Promising technology, interesting programming, and good business plans may not be enough to keep satellite radio services XM Radio and Sirius Radio aloft. Both companies are struggling with massive financial problems as they scramble to gain subscribers.
Earlier this month, an unambiguous and simple message went up on the Dunlavy Audio Labs web site: "As of November 7, 2002, Dunlavy Audio Labs, LLC has ceased operations." A phone call to the company confirms that it is indeed out of business, although Dunlavy president Keny Whitright did not return calls seeking comment.
At present, the recording industry is based on a variety of analog and PCM digital audio formats, putting proponents of Super Audio Compact Disc (SACD, which is based on the Direct Stream Digital, or DSD, format) in a tough place when it comes to creating pure DSD works for showing off the format. To date, labels have had a limited number of options for creating, mixing, and mastering pure DSD projects.
We kick off our anniversary collection with 40 Years of Stereophile: What Happened When. Editor John Atkinson recounts the complete history of Stereophile, starting in 1930 when J. Gordon Holt heard his first sound in North Carolina.
"The monthly miracle," it's called in publishing: that magical moment when the new issue of your magazine arrives in the mailbox hot from the printer. And with this issue of Stereophile—No.274, or Vol.25 No.11—we celebrate the 40th anniversary of the start of our "miracle." With the 20 pages of Issue No.1, Vol.1 No.1, cover-dated September-October 1962, "Ye Editor & Publisher" J. Gordon Holt introduced both a new audio magazine and the philosophy that an audio product is best reviewed by doing exactly what its purchasers will do: listen to it. On that small rock of an idea was founded not only Stereophile but the entire high-end audio industry. Here, reprinted from a 1974 anthology of the first 12 issues, is J. Gordon Holt's description of the events that led up to the founding of Stereophile:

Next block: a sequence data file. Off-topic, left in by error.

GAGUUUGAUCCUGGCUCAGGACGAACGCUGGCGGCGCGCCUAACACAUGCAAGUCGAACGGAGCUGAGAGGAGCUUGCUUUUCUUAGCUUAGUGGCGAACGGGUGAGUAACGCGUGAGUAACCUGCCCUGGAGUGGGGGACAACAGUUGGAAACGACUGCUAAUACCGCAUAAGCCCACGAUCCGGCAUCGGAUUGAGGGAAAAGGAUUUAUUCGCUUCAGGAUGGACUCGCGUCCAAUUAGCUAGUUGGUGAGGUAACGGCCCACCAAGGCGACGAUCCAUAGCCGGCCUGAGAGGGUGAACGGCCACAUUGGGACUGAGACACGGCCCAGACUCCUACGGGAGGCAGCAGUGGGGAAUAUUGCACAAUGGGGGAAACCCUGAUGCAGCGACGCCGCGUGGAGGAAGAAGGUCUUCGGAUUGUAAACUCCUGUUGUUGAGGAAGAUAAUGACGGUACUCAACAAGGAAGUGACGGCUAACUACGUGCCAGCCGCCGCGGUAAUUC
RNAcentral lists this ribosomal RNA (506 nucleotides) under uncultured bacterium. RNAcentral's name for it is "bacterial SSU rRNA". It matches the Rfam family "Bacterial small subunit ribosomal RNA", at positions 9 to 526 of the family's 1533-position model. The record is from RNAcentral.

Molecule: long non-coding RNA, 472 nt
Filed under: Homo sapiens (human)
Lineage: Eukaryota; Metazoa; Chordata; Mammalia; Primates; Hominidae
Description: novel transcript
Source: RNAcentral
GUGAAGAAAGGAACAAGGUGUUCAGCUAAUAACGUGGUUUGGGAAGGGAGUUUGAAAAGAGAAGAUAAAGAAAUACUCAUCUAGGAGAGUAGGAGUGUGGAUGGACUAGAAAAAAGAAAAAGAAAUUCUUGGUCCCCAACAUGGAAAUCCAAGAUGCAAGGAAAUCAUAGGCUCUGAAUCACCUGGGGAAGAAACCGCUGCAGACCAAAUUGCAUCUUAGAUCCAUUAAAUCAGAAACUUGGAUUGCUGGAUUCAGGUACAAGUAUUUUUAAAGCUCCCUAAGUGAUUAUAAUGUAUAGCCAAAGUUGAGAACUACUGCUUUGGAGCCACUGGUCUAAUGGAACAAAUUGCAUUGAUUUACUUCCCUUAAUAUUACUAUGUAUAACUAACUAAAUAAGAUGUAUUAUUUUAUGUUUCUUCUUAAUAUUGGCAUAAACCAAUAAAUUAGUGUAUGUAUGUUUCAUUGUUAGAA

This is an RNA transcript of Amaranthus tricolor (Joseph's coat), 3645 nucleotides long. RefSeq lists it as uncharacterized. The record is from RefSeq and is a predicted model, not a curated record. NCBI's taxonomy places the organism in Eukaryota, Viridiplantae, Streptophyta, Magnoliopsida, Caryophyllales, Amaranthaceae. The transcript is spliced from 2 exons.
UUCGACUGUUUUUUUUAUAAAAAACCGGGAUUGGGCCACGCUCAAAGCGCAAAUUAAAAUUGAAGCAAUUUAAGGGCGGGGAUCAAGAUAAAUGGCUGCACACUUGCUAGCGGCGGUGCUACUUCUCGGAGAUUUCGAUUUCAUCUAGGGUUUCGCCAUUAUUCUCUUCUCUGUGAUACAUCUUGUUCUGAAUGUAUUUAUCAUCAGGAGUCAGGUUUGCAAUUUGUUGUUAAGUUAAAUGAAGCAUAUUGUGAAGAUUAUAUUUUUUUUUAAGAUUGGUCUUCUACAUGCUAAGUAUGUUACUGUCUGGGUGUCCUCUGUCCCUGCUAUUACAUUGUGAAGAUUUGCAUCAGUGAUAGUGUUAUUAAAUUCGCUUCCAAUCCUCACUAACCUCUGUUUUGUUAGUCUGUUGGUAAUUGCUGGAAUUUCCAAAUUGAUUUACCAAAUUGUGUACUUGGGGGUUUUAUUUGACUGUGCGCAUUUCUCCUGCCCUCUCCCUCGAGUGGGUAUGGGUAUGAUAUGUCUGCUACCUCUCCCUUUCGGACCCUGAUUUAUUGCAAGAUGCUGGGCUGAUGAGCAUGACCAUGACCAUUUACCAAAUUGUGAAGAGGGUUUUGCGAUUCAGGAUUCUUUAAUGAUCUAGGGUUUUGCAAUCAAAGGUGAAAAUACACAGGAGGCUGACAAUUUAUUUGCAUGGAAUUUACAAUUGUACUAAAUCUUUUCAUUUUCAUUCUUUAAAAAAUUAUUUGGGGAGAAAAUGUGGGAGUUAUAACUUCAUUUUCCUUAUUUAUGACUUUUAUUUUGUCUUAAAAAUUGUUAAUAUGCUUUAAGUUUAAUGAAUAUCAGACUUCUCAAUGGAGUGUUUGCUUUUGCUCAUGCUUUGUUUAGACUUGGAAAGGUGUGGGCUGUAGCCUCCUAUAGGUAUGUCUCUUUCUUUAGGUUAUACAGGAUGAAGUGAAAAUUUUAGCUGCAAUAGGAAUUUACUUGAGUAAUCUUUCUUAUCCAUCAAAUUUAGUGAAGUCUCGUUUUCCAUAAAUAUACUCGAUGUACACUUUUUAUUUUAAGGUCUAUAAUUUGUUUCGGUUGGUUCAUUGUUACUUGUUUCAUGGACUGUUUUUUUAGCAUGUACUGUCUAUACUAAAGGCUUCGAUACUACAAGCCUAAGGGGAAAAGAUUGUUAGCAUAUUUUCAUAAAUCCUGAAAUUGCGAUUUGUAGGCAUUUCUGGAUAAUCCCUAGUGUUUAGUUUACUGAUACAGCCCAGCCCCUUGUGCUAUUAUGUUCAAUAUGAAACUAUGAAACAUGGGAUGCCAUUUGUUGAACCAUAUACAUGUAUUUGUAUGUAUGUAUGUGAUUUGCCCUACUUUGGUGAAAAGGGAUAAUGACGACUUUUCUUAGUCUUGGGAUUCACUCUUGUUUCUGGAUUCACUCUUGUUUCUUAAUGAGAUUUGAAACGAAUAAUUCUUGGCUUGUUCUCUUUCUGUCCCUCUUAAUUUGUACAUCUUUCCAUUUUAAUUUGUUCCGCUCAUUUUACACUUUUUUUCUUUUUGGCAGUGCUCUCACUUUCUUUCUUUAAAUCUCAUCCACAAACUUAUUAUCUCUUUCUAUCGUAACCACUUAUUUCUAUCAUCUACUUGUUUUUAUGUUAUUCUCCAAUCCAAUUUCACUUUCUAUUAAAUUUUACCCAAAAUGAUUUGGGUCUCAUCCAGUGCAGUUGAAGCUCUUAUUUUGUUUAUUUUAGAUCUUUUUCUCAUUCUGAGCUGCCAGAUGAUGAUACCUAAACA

And I used to think our annual "Records To Die For" issue was difficult. Whew! When it came down to choosing the 40 most influential rock/pop, jazz, and classical records of the past 40 years, during which this magazine has been the most honest and enjoyable source of high-end audio journalism, my initial list contained more than 200 choices. A painful paring-down process ensued, with input from every member of the Stereophile staff.
"Most important." That was the phrase I used when I e-mailed the members of Stereophile's extended family of reviewers and writers to ask for suggestions when I began to compile this list. I didn't want to be more specific because I wanted to cast the net as wide as possible. But there are many factors that make an audio component "important": design innovation, sound quality, sales figures, influence on other designers, influence on the evolving market, influence on system synergy.
CARTER, COBB, COLEMAN, STERN: 4 Generations of Miles George Coleman, tenor sax; Mike Stern, electric guitar; Ron Carter, bass; Jimmy Cobb, drums Chesky JD238 (CD). 2002. David Chesky, prod.; Barry Wolifson, eng.; Nicholas Prout, mastering. DDD. TT: 67:06 Performance ****½ Sonics *****